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Why The U.S. Should Be Slow To Defend Taiwan

"An arms cornucopia for China?" (European Business, Feb. 21) neglected to mention that the overwhelming majority of Taiwanese view [the prospect of] rule by Beijing as an inconvenience, not a tragedy. Consider the following facts: The Taiwanese voluntarily made their island economically dependent on China by investing more than $100 billion into more than 50,000 businesses on the mainland. Following this money, more than 1 million Taiwanese have immigrated to China to live and work. Even officers retired from the Taiwanese military have immigrated to China to work at lucrative jobs arranged by the Chinese government; in exchange, the officers have given Beijing top-secret information about American weapons sold to Taipei.

Why should Americans die to defend people with such nonchalance toward rule by Beijing? Even before the Chinese use European weapons to seize Taiwan, Washington should consider how to trade the island away in exchange for concessions from Beijing on matters of vital national or humanitarian interest. For example: 1) allowing North Korean refugees to transit freely through China to South Korea, 2) remaining silent in the event that the Japanese military destroys the nuclear facilities in North Korea, 3) granting autonomy to Tibet, and 4) allowing the Dalai Lama to return to Tibet as its spiritual leader.

Dwight Sunada

Stanford, Calif.

Combining ethanol production in the U.S. and Canada with ethanol production from sugar cane in South America (with the cost per gallon under $1) could make both Americas independent of oil exports from other parts of the world in less then 10 years. ("Not your father's ethanol," Industries, Feb. 21 in some editions and BusinessWeek Online). In addition, a better and legal option to coca would be offered to farmers in South America, thus helping to solve the drug problem.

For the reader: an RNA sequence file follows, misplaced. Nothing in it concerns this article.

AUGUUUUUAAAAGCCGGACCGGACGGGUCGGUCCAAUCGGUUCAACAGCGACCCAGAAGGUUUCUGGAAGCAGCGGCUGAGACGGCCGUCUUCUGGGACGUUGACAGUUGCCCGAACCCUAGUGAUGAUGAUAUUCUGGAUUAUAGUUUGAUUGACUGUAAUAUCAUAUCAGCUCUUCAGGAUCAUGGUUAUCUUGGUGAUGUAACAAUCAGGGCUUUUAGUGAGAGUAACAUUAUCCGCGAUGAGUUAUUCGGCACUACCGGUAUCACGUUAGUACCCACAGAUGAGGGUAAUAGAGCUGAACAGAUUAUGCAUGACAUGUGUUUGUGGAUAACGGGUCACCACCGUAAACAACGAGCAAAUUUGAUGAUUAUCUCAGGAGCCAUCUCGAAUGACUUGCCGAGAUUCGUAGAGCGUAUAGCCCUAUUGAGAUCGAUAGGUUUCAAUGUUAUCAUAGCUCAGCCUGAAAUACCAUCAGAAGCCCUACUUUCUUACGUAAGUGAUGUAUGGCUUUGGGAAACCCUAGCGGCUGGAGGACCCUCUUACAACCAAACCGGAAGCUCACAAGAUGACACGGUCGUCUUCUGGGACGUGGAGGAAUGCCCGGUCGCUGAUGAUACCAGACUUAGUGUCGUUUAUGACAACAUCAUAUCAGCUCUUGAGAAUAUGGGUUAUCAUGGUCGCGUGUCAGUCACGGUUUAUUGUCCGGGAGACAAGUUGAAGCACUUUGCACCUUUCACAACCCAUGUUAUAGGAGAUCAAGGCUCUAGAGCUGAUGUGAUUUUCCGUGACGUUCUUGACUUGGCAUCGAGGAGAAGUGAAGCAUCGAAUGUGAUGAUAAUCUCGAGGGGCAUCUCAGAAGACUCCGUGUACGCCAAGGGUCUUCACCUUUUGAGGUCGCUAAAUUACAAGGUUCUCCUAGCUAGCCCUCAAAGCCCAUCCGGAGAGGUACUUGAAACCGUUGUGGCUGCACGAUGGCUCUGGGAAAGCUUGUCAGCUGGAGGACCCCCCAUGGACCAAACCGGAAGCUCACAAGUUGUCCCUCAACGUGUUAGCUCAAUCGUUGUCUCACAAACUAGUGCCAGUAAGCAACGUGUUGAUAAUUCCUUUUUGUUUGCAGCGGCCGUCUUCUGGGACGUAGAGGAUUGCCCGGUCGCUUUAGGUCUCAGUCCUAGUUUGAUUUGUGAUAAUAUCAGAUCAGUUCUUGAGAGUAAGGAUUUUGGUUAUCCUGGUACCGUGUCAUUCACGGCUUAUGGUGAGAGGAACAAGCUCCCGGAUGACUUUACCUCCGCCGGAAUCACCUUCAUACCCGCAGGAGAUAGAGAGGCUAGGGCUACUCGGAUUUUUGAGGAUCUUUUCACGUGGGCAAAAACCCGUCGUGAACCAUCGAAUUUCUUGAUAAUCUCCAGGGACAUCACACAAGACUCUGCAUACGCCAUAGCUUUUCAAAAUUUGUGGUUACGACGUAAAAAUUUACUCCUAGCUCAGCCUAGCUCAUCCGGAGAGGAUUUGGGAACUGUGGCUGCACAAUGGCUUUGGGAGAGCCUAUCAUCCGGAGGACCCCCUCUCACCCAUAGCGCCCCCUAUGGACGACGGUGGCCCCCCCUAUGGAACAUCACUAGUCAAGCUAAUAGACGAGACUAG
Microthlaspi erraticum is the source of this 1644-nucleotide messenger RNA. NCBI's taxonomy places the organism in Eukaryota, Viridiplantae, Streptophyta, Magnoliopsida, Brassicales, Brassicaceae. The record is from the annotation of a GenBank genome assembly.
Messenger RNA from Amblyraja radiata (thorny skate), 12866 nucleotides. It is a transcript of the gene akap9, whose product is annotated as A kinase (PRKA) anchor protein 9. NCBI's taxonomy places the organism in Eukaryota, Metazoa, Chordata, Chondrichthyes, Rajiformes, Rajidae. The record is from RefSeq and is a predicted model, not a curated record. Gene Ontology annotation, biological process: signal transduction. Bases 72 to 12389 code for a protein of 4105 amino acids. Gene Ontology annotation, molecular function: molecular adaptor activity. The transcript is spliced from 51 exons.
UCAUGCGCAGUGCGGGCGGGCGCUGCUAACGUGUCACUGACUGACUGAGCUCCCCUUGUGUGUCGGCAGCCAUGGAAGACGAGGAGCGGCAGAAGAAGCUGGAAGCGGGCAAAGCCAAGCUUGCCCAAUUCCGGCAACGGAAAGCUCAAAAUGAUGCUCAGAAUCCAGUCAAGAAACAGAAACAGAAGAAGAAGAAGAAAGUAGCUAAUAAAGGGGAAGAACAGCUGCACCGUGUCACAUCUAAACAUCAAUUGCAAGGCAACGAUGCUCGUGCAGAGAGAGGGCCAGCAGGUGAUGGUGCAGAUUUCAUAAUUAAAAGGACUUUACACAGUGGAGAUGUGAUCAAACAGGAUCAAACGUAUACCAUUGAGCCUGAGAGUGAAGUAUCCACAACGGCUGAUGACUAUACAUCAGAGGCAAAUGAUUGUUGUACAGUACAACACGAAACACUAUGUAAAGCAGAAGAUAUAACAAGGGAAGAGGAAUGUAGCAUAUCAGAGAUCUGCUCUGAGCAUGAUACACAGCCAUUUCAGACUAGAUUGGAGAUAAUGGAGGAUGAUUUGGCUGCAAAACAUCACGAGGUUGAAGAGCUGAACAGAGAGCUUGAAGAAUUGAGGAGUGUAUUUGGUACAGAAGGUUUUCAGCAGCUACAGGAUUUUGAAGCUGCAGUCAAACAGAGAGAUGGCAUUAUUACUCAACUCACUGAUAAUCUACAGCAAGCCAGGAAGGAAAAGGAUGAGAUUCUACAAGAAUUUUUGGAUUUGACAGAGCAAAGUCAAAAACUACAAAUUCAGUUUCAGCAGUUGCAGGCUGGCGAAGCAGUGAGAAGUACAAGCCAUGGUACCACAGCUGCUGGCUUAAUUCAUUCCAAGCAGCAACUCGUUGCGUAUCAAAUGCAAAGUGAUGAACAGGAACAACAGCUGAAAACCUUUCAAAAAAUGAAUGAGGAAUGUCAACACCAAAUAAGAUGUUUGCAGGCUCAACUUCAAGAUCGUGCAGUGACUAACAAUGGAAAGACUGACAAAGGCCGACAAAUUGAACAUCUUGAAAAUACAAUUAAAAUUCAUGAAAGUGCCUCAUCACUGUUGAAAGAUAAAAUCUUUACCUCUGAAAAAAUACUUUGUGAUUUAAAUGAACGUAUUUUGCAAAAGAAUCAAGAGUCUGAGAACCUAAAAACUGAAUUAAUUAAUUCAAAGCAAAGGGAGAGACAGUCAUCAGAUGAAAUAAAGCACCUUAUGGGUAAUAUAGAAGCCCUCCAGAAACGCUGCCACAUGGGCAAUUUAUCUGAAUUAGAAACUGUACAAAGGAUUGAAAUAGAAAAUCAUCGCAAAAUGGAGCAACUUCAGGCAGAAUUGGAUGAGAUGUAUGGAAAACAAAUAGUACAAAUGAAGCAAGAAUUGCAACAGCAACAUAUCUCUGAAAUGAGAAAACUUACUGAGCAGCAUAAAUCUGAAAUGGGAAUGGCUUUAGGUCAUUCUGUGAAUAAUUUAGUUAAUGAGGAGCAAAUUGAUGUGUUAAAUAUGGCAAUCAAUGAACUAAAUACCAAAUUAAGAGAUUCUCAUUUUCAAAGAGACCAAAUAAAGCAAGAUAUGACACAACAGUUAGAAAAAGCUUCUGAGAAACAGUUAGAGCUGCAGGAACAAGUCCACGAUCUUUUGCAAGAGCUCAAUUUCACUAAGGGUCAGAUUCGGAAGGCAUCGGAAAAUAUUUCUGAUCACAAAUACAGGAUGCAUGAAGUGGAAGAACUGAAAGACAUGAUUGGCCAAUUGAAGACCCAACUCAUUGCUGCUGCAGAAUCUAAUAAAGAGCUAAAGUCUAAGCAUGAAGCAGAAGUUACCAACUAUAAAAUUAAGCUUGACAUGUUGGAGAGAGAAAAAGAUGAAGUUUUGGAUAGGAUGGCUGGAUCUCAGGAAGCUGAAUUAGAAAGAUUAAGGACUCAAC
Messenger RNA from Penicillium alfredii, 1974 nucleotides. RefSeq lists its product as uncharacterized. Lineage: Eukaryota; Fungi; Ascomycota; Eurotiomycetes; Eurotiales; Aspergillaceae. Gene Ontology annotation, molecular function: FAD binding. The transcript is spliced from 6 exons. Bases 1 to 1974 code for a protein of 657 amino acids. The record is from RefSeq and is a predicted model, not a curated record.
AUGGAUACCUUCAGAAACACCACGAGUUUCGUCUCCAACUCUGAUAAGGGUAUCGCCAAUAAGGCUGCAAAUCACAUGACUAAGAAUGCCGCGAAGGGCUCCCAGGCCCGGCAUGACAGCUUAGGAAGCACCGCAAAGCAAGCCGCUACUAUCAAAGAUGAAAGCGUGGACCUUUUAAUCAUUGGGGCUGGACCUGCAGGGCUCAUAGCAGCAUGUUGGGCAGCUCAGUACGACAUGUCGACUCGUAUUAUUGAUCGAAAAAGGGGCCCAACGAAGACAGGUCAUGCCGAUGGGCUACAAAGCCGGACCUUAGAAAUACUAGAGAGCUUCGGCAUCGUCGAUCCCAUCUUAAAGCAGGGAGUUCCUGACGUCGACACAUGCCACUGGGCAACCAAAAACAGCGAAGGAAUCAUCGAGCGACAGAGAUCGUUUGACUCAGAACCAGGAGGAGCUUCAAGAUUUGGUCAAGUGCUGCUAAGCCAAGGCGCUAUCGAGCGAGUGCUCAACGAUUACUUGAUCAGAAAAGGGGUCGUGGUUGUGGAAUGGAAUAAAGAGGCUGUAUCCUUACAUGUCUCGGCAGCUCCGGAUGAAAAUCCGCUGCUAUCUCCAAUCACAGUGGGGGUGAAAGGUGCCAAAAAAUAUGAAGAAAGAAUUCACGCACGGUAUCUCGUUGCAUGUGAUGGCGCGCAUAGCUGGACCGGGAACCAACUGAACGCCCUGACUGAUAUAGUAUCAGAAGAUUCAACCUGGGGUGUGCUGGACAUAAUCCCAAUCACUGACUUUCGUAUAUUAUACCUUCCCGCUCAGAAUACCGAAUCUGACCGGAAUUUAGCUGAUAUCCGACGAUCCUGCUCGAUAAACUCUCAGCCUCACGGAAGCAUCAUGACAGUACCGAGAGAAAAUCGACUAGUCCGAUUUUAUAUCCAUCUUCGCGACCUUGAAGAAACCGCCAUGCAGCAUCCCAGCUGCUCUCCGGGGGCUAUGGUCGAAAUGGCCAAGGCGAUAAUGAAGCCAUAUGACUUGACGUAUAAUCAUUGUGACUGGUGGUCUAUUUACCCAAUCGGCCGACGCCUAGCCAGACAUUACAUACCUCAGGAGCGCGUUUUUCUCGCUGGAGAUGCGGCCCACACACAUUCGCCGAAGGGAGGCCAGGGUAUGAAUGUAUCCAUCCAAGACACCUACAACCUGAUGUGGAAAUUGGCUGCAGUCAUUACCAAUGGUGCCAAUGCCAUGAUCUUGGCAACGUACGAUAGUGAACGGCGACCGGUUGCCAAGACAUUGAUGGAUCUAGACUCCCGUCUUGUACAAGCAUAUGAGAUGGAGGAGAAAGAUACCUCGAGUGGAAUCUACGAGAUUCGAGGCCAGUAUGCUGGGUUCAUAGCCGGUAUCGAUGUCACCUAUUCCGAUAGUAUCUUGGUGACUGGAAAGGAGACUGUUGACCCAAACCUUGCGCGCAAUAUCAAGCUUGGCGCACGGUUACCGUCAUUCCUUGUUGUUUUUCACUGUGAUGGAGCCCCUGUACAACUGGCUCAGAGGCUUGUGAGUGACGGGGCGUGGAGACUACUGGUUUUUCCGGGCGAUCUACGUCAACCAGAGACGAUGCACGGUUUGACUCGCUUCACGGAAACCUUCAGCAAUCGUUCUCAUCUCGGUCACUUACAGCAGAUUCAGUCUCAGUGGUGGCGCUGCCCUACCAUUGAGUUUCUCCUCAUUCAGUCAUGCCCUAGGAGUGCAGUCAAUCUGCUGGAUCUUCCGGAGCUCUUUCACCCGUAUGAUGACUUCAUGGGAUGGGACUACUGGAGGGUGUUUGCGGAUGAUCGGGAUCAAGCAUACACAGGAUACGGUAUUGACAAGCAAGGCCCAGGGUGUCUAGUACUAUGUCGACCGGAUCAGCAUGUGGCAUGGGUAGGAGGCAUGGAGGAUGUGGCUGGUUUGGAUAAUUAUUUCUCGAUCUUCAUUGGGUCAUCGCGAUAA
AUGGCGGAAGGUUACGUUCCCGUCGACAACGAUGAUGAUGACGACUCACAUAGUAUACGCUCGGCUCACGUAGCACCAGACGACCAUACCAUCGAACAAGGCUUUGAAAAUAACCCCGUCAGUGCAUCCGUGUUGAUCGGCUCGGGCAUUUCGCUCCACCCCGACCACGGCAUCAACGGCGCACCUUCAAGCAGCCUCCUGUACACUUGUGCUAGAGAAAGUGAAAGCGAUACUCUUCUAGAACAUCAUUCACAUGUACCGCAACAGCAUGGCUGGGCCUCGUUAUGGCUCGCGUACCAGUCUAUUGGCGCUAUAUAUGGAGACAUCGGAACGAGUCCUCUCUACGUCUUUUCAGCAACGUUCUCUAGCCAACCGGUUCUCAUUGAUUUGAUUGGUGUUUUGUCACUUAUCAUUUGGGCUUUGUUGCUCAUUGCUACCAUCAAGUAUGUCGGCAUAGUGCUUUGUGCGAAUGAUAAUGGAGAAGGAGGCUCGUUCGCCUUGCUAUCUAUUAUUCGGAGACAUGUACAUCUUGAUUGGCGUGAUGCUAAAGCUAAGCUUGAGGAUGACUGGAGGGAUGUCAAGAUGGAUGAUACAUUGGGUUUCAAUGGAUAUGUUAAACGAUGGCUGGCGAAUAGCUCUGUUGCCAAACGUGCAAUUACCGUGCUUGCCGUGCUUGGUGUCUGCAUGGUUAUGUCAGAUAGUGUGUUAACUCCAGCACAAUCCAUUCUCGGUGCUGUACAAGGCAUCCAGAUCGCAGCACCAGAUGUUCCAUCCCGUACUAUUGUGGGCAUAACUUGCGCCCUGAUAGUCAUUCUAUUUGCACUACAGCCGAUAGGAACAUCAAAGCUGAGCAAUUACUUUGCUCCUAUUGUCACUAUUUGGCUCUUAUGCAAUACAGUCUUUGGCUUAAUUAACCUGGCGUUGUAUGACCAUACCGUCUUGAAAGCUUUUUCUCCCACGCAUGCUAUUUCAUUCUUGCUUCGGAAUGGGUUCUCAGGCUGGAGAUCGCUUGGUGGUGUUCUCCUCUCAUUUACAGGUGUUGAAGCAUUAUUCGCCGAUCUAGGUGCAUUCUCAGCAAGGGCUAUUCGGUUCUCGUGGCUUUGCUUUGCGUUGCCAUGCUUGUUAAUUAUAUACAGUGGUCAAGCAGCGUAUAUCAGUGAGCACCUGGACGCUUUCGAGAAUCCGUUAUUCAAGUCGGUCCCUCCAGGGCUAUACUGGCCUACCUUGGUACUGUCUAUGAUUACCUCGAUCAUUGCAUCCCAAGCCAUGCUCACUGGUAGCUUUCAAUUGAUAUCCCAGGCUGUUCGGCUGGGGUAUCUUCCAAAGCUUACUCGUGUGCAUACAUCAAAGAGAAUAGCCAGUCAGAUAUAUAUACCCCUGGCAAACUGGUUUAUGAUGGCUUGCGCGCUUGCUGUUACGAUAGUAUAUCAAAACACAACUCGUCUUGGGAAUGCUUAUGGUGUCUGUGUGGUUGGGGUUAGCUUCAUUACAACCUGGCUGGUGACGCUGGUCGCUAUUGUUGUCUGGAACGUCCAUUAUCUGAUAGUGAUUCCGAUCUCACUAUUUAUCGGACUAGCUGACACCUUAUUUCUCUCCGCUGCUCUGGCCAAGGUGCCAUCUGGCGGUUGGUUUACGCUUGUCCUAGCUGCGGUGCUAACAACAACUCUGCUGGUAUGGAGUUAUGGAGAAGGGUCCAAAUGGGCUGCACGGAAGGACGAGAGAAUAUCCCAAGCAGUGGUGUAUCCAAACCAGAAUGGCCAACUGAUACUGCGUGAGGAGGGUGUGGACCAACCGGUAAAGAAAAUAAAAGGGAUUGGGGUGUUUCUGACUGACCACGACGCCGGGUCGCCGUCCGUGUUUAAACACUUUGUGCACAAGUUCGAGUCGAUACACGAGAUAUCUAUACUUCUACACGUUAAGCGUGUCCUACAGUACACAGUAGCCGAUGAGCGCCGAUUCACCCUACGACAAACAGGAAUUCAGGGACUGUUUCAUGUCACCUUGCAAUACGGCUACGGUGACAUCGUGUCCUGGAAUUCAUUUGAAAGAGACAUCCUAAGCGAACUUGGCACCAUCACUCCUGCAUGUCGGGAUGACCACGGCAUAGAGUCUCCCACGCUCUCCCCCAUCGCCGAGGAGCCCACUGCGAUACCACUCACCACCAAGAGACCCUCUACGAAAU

This would also be the solution for thirsty Chinese and Indian economies; it could drive them while improving carbon dioxide levels. But hard lobbying against these policies is to be expected -- oil multinationals, OPEC countries, and Russia are feeling real danger here. To protect investors, oil multinationals should get a chunk of this business. If developed right, this technology would make the world a much better place!

Martin G. Baroch

Horgen, Switzerland

You ask, what is the key to increasing exports? Certainly one good way is to raise the number of Americans abroad promoting U.S.-made goods and services ("The export engine needs a turbocharge," News: The United States, Feb. 14, and "Time to cope with co-dependency," Business Outlook, Feb. 28). As shown by statistics from the U.S. Commerce Dept., the number of American employees working abroad for nonbank foreign affiliates of U.S. multinational corporations dropped from 41,200 in 1982 to 20,200 in 1999 (the latest year for which data are available). It is simply too expensive for American companies to employ Americans abroad because of the taxes that the American government imposes on its citizens.

The U.S. is the only industrialized country in the world that taxes its people on the basis of their citizenship rather than residency. Whereas a German, for example, working in the U.S. will pay only U.S. taxes, an American working in Germany must pay both German and U.S. taxes. The American is priced out of the market. No one can promote American products better than Americans. Exports need people behind them. Let's get rid of the penalizing tax on American labor overseas.

Jackie Bugnion

American Citizens Abroad

St. George, Switzerland

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